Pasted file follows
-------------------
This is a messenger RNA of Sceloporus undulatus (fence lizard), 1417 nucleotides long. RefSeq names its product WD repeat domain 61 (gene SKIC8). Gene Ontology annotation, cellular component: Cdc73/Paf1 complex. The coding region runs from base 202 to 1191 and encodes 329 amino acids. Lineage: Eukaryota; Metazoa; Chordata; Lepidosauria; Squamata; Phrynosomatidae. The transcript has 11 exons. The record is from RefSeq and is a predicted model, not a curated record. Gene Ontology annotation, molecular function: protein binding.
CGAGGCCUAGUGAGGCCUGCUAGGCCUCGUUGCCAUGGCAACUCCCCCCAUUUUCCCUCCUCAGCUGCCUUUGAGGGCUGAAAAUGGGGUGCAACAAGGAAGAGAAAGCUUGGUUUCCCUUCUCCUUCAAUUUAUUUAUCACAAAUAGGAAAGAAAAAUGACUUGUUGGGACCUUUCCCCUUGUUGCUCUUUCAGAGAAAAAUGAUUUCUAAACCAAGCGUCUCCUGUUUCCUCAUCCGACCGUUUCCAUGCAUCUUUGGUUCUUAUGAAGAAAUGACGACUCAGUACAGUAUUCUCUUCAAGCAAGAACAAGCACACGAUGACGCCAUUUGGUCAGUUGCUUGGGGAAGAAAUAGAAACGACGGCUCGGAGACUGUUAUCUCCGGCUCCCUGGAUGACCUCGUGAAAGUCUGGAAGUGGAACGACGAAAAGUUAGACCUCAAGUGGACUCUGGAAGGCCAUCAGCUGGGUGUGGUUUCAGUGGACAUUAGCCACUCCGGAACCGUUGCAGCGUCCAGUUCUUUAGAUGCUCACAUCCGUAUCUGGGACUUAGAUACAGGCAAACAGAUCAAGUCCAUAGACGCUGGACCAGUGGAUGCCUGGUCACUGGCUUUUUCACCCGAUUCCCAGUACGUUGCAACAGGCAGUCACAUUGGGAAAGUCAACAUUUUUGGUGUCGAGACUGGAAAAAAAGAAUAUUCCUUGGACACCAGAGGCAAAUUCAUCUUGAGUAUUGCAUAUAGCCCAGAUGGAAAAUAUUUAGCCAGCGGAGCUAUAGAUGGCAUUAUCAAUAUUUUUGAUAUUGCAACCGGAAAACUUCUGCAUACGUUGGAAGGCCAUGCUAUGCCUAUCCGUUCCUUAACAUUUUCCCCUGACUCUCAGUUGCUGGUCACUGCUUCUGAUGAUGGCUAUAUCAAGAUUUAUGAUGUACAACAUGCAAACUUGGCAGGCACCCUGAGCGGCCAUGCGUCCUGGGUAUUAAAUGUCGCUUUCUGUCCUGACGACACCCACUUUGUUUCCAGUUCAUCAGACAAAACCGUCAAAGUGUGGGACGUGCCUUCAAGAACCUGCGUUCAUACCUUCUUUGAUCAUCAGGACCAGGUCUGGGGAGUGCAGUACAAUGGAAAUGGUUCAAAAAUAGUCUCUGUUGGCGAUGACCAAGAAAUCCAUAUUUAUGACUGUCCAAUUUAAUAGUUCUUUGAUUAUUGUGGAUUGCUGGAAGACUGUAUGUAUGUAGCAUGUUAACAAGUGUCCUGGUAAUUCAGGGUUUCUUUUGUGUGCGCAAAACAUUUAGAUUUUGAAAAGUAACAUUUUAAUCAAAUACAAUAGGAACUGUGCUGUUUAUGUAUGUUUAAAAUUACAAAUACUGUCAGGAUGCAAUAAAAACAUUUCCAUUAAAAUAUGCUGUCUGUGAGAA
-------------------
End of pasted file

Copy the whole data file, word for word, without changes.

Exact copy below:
This is a messenger RNA of Sceloporus undulatus (fence lizard), 1417 nucleotides long. RefSeq names its product WD repeat domain 61 (gene SKIC8). Gene Ontology annotation, cellular component: Cdc73/Paf1 complex. The coding region runs from base 202 to 1191 and encodes 329 amino acids. Lineage: Eukaryota; Metazoa; Chordata; Lepidosauria; Squamata; Phrynosomatidae. The transcript has 11 exons. The record is from RefSeq and is a predicted model, not a curated record. Gene Ontology annotation, molecular function: protein binding.
CGAGGCCUAGUGAGGCCUGCUAGGCCUCGUUGCCAUGGCAACUCCCCCCAUUUUCCCUCCUCAGCUGCCUUUGAGGGCUGAAAAUGGGGUGCAACAAGGAAGAGAAAGCUUGGUUUCCCUUCUCCUUCAAUUUAUUUAUCACAAAUAGGAAAGAAAAAUGACUUGUUGGGACCUUUCCCCUUGUUGCUCUUUCAGAGAAAAAUGAUUUCUAAACCAAGCGUCUCCUGUUUCCUCAUCCGACCGUUUCCAUGCAUCUUUGGUUCUUAUGAAGAAAUGACGACUCAGUACAGUAUUCUCUUCAAGCAAGAACAAGCACACGAUGACGCCAUUUGGUCAGUUGCUUGGGGAAGAAAUAGAAACGACGGCUCGGAGACUGUUAUCUCCGGCUCCCUGGAUGACCUCGUGAAAGUCUGGAAGUGGAACGACGAAAAGUUAGACCUCAAGUGGACUCUGGAAGGCCAUCAGCUGGGUGUGGUUUCAGUGGACAUUAGCCACUCCGGAACCGUUGCAGCGUCCAGUUCUUUAGAUGCUCACAUCCGUAUCUGGGACUUAGAUACAGGCAAACAGAUCAAGUCCAUAGACGCUGGACCAGUGGAUGCCUGGUCACUGGCUUUUUCACCCGAUUCCCAGUACGUUGCAACAGGCAGUCACAUUGGGAAAGUCAACAUUUUUGGUGUCGAGACUGGAAAAAAAGAAUAUUCCUUGGACACCAGAGGCAAAUUCAUCUUGAGUAUUGCAUAUAGCCCAGAUGGAAAAUAUUUAGCCAGCGGAGCUAUAGAUGGCAUUAUCAAUAUUUUUGAUAUUGCAACCGGAAAACUUCUGCAUACGUUGGAAGGCCAUGCUAUGCCUAUCCGUUCCUUAACAUUUUCCCCUGACUCUCAGUUGCUGGUCACUGCUUCUGAUGAUGGCUAUAUCAAGAUUUAUGAUGUACAACAUGCAAACUUGGCAGGCACCCUGAGCGGCCAUGCGUCCUGGGUAUUAAAUGUCGCUUUCUGUCCUGACGACACCCACUUUGUUUCCAGUUCAUCAGACAAAACCGUCAAAGUGUGGGACGUGCCUUCAAGAACCUGCGUUCAUACCUUCUUUGAUCAUCAGGACCAGGUCUGGGGAGUGCAGUACAAUGGAAAUGGUUCAAAAAUAGUCUCUGUUGGCGAUGACCAAGAAAUCCAUAUUUAUGACUGUCCAAUUUAAUAGUUCUUUGAUUAUUGUGGAUUGCUGGAAGACUGUAUGUAUGUAGCAUGUUAACAAGUGUCCUGGUAAUUCAGGGUUUCUUUUGUGUGCGCAAAACAUUUAGAUUUUGAAAAGUAACAUUUUAAUCAAAUACAAUAGGAACUGUGCUGUUUAUGUAUGUUUAAAAUUACAAAUACUGUCAGGAUGCAAUAAAAACAUUUCCAUUAAAAUAUGCUGUCUGUGAGAA